Even without considering the potential change in water quality and testing rules set by the Food and Drug Administration, onion growers in the Idaho and eastern Oregon region have water concerns on their minds.

“Some portions of irrigation systems will run out of water this week, which is a month too soon. Normally, we have water available until the end of September,” Kay Riley, general manager of Snake River Produce Inc., Nyssa, Ore, said the last week of July.

Others agree the water stopped too soon this year.

“As spring and summer came, the water shortage started to rear its spout and shut down fields that could have been high producers in some areas, with no later water to finish off a field,” said John Vlahandreas, onion sales manager for Idaho Falls, Idaho-based Wada Farms Marketing Group LLC.

He said that despite similar acreage this year, yields could be down slightly as a result of the drought.

“Yield and overall shortage may be down due to hotter weather and less available water for fields to finish off,” Vlahandreas said.

Growers are still optimistic about this year’s harvest.

“For this year, Idaho has adequate water, and the Owyhee system has three different systems, of which the upper will lose its supply shortly. The others will be able to supplement out of the Snake River,” Riley said.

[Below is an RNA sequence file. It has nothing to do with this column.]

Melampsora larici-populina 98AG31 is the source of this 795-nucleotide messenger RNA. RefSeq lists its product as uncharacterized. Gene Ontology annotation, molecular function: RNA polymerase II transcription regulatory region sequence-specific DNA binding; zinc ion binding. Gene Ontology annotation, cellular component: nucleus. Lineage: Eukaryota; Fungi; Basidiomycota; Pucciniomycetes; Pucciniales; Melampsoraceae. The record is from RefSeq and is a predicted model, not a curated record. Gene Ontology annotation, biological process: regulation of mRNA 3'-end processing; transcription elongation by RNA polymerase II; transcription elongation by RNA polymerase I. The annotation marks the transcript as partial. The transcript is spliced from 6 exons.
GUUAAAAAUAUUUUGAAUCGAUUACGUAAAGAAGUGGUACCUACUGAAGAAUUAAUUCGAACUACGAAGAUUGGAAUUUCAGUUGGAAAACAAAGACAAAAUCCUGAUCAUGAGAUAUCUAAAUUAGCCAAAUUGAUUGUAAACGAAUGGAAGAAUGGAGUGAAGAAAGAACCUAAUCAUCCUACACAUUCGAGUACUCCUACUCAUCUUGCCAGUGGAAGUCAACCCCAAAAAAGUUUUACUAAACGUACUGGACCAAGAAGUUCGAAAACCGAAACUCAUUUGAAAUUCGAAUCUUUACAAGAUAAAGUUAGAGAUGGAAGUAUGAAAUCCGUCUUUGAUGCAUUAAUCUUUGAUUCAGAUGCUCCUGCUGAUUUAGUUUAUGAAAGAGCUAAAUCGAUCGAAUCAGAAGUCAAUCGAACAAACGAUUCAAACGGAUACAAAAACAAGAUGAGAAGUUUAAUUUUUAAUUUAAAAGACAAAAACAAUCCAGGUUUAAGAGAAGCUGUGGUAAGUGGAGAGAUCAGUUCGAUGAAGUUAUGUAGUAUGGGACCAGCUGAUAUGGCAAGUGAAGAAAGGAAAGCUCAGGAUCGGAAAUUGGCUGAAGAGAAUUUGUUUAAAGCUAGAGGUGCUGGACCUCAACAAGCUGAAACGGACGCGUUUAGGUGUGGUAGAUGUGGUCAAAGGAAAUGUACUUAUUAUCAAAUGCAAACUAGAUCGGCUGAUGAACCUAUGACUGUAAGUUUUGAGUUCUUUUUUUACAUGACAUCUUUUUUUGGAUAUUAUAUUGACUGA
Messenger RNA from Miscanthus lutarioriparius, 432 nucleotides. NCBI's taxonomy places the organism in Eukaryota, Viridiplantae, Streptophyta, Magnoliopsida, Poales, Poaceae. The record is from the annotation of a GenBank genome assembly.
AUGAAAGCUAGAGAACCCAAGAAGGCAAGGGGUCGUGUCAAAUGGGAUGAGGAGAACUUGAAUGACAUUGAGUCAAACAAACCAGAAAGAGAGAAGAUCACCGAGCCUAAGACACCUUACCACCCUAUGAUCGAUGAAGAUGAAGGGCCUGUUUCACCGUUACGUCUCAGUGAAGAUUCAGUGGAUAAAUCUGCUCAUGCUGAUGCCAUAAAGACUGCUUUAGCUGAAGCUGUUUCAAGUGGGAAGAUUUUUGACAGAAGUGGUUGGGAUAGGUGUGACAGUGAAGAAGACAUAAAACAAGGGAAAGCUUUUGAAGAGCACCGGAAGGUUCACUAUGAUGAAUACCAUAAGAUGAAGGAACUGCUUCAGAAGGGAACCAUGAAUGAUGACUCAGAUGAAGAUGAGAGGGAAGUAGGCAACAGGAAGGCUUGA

He said he hoped that will be enough to finish the season well.

“We anticipate concluding this year’s crop OK. We may feel some hurt in a few specific areas, and we’ll be desperate to have a good winter to build the storage back up in the reservoirs,” Riley said.

Riley said he estimates that all available water will be used for this year, and at capacity the reservoir should hold nearly a two-year supply, meaning an above-average winter snow and rainfall is essential for next year.

“Overall, we’re really looking at the long-term effects if we don’t get the rain we need. This year, only about 5% of the total planting looks to be affected,” said Shay Myers, general manager of Owyhee Produce, Nyssa.

Drip irrigation has been another savior for growers struggling with water supplies.

“Going to drip is a huge plus. It’s expensive but it regulates the flow of water better, and you can even run registered chemicals through the water system, which makes better onions. It increases the tonnage of production,” said Chris Woo, sales manager for Murakami Produce, Ontario, Ore., which packs onions for Potandon Produce, Idaho Falls.

Troy Seward, owner and president of Golden West Produce, LLC., Parma, Idaho, said drip irrigation can help in drought conditions, as well as with environmental concerns.

“We have continually trended toward the use of drip irrigation on our crop, as we realize the benefits of consistent yields while utilizing less fertilizers, pesticides, and virtually eliminating erosion,” Seward said.

He said 90% of the company’s crop is grown under drip irrigation.